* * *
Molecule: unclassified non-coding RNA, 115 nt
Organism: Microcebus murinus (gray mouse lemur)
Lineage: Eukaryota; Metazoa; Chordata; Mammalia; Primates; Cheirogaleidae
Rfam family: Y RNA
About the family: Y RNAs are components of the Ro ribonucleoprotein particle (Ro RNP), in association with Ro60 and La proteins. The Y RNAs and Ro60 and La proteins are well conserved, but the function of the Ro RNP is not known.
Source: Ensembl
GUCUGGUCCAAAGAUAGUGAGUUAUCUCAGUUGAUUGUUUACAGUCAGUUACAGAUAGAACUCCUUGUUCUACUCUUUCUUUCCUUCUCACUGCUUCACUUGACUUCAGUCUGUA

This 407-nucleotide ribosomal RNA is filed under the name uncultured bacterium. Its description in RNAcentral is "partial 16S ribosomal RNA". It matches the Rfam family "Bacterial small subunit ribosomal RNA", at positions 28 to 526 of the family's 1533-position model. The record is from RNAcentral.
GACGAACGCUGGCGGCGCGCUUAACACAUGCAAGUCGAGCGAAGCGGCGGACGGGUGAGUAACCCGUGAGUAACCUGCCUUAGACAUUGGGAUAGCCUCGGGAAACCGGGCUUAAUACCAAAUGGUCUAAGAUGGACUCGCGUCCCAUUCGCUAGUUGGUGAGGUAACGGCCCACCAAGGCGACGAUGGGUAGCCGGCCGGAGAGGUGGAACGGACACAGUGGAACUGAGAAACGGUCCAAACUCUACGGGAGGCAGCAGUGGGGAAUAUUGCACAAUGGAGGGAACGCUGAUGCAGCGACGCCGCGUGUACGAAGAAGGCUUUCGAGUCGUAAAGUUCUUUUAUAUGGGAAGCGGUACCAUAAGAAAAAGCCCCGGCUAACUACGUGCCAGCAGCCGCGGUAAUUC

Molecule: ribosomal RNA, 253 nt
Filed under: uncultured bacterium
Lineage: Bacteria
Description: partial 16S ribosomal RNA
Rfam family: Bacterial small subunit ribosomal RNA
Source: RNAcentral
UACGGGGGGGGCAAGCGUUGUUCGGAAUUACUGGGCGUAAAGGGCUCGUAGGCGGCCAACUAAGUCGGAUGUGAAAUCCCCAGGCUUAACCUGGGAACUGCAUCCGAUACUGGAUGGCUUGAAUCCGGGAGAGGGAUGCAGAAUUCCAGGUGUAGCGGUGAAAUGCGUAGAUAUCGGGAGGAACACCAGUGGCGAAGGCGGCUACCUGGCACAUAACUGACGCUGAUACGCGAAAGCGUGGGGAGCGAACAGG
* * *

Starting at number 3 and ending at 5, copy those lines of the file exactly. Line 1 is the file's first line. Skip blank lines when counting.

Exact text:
Lineage: Eukaryota; Metazoa; Chordata; Mammalia; Primates; Cheirogaleidae
Rfam family: Y RNA
About the family: Y RNAs are components of the Ro ribonucleoprotein particle (Ro RNP), in association with Ro60 and La proteins. The Y RNAs and Ro60 and La proteins are well conserved, but the function of the Ro RNP is not known.